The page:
Kay believes her guilt and pain are appropriate and authentic. She felt she deserved that punishment and torment. I knew that something wasn't right in her interpretation, but I wasn't able to see through her faulty reasoning during the first few sessions, because she was an intelligent and persuasive person, and she had created a solid rationale against herself. I had almost begun to believe that her mental anguish was justified. Then I realized her mistake was her individualized mindset.

In the 5th round of treatment, I used this knowledge to change Kay's misconception. First, I insisted that if she was responsible for her brother's death, then she had to be the cause of it. Because the cause of suicide has not yet been found, even with expert intervention, there is no reason to conclude that she was the cause.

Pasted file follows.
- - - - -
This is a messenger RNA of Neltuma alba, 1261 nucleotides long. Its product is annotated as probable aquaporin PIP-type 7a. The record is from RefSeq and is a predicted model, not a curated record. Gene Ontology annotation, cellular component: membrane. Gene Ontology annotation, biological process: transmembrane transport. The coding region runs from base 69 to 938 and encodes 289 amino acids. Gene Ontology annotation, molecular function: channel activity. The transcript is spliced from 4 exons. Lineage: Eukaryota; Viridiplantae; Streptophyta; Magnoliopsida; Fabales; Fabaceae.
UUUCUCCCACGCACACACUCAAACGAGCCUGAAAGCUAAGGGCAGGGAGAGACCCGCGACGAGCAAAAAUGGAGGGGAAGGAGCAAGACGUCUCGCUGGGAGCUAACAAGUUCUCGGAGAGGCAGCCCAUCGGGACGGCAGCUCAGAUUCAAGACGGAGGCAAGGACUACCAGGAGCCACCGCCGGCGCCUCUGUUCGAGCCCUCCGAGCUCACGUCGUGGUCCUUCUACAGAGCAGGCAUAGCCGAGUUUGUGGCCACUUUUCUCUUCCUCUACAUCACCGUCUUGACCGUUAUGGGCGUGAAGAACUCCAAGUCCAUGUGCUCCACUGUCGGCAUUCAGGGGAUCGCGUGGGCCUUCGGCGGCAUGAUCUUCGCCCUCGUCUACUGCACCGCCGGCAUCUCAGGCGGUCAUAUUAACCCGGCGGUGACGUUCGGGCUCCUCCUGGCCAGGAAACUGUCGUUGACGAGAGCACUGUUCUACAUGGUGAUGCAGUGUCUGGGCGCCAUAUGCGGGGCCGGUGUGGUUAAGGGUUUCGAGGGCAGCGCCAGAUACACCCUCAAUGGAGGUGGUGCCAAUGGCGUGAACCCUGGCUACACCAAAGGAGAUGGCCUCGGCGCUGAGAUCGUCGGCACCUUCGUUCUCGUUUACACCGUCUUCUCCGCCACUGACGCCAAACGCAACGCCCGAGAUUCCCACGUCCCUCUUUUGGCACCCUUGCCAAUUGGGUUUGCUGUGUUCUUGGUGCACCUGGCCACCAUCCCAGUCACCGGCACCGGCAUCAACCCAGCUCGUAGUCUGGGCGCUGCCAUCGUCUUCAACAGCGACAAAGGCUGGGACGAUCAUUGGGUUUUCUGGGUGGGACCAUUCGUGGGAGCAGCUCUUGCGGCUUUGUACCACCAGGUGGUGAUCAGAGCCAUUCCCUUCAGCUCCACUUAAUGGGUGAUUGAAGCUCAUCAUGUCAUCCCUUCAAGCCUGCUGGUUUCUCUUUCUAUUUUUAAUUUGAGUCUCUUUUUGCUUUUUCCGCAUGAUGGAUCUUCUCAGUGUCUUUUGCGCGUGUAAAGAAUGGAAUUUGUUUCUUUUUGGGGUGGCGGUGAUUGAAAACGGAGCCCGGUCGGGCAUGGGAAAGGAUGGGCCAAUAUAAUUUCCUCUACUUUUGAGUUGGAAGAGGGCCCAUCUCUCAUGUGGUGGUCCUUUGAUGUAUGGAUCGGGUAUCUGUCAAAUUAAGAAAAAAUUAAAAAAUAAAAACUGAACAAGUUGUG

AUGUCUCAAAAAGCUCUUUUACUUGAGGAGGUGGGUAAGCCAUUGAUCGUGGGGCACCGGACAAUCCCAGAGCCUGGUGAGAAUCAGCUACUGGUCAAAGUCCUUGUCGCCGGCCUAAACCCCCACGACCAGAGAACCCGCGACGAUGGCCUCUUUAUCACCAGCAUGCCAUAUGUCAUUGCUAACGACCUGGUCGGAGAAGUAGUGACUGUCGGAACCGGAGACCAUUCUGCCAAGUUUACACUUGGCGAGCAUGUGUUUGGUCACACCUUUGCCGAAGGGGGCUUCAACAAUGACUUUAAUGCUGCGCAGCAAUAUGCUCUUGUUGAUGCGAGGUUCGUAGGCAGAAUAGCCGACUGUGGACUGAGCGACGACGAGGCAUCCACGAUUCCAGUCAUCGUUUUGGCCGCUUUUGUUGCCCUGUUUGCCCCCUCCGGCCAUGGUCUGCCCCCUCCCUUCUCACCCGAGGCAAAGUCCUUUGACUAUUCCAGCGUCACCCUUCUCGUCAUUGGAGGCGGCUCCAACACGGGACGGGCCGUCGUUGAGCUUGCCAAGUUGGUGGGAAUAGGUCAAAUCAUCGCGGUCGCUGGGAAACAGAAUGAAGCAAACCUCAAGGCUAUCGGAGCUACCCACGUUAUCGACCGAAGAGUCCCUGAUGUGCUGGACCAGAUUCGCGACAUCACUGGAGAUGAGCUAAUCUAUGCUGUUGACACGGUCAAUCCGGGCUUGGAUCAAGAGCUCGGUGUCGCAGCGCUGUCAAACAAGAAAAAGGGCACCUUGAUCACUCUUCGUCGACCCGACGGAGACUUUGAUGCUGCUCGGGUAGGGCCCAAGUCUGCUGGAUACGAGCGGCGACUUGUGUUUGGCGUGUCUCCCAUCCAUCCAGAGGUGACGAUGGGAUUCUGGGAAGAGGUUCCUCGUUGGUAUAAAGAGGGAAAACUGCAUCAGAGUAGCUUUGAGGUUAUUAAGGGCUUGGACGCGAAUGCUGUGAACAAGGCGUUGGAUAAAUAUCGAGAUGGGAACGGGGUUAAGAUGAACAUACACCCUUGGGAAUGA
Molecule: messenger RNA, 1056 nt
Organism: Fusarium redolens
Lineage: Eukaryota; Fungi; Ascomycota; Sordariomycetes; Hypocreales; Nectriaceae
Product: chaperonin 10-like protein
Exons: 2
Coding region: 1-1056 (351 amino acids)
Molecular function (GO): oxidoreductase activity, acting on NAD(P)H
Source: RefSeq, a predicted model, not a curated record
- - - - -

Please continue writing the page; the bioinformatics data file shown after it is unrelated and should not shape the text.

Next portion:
I told her that if I guessed the cause of suicide, it was because he believed he was worthless and unworthy of living. It was his mistake, not hers.

I emphasized that she was responsible for her own life and happiness. At this point, she could think that she was acting irresponsibly, not because she had "let her brother down" but because she was letting herself be melancholy and suicidal. The responsibility she should take on is to let go of her guilt and end her depression, and then live a fulfilling life. This is responsible action.

We pointed out misperceptions that made her want to take her own life. After that, she decided to continue therapy for a while to improve her quality of life.

Sadness does not carry suffering.

So there's the question: What is the nature of "healthy sadness" when it's not affected by misguided thinking? In other words, does sadness necessarily accompany suffering?